My
client Frank Roderus just signed contracts with Thorndike Press (imprint of
Centgage) to put two of his previously published titles into large print. The
first two titles are “Hell Creek Cabin” and “The Keystone Kid.” We anticipate
that they are going to do this with a number of his other books as well. We are
working with the Five Star imprint of the same company with a brand new title.
Frank
wrote his first story, a Western, at age five and says he quite literally has
never wanted to do anything else. He is the author of over 300 books and is
perhaps best known for his “Carl Heller” series. He has been writing fiction
full-time since 1980 and was a newspaper reporter before that. As a journalist,
the Colorado Press Association gave him its highest award, the Sweepstakes Award,
for the Best News Story of 1980. The Western Writers of America has twice named
him recipient of their prestigious Spur Award, for a western writer the
equivalent of a movie star winning an Oscar. A lifetime member of the American
Quarter Horse Association, he is married and currently resides in Florida.
Roderus and his wife Magdalena expect to divide their time between Florida and
Palawan Island in the Sulu Sea.
I asked
Frank what the greatest hurtle that he had to clear in order to get a writing
career off the ground?
The greatest hurdle, I think, was that of doing it wrong often enough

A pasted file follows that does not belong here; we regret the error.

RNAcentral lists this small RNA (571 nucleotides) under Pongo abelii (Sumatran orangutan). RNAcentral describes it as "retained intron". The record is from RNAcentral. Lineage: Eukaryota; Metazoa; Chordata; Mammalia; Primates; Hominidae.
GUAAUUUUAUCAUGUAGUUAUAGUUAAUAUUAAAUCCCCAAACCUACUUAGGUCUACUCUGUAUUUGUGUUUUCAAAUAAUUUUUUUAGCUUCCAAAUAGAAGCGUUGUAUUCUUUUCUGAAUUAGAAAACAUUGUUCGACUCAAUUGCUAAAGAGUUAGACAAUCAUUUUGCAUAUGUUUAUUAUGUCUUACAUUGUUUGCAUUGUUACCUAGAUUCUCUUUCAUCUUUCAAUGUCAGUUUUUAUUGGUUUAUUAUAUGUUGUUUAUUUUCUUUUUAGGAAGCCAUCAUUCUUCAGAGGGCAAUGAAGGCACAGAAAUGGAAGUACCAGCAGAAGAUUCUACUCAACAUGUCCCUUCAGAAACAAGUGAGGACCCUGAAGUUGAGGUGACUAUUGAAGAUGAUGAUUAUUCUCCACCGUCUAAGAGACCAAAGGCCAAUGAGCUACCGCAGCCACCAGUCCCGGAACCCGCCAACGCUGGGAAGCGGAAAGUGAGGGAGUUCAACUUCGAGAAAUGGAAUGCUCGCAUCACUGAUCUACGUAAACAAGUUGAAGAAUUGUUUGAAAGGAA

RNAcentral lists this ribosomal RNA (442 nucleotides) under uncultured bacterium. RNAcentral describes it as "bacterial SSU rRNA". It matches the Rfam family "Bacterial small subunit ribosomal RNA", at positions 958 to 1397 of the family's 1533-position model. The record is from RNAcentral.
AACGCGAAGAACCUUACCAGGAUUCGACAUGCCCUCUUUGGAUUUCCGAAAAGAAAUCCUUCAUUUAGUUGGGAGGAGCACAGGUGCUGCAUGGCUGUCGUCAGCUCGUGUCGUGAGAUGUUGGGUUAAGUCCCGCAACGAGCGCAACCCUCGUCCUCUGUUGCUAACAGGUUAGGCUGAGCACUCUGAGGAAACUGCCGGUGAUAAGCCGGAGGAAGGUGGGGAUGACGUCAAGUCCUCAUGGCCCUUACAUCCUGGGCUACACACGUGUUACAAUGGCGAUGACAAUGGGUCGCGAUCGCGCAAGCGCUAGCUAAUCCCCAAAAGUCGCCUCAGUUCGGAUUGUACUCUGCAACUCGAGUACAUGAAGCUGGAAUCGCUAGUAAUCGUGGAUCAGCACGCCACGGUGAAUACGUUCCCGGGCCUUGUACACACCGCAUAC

to teach myself to do it right. There was no internet then and I belonged to no
writing groups so it was solitary. Of course part of that was my own
bull-headedness. At the time I went to the public library and read just about
every book they had on how to write. Made no sense at all. After I had
sold five books I went back to the same library, checked out some of those
same books and read them again after which I kept shaking my head and saying
yes, of course, how perfectly obvious…the same books that baffled me until I
learned the craft.
I also
asked what about your writing has brought you the most satisfaction?
The most satisfaction? That is a toss-up. Without question the most joy
was when I got that first acceptance. Or was it when I held the first copy of
that first book finally in my hand. Or was it years later when I finished
writing POTTER’S FIELDS, which became a Spur Award winner, and knew that I
finally had gotten my vision for that book down exactly the way I wanted it.
Even if it never sold I would have been satisfied; it said what I was trying to
say, not always a given.
What
one piece of advice would you offer to new writers?
And advice? Oh, that is easy. Persevere. Never give up. When I was
trying to break in I sent a ms to a New York agent. And New York agents know
everything, right? I certainly believed that. She returned my ms with a note
suggesting, more or less politely, that I should forget about writing, that I
was not good enough to become a writer. That letter was devastating. I quit
trying for the next three years before circumstance sent me back to the
typewriter. I sent that same ms out to a small publishing house. They bought
it. Paid a whopping $500 for it. That little book, a YA, was a Spur finalist
that year and has been in print almost continuously ever since. And that was
almost forty years ago. By this time and roughly 300 books later I’ve
decided that that agent was wrong. I’m going to make it after all.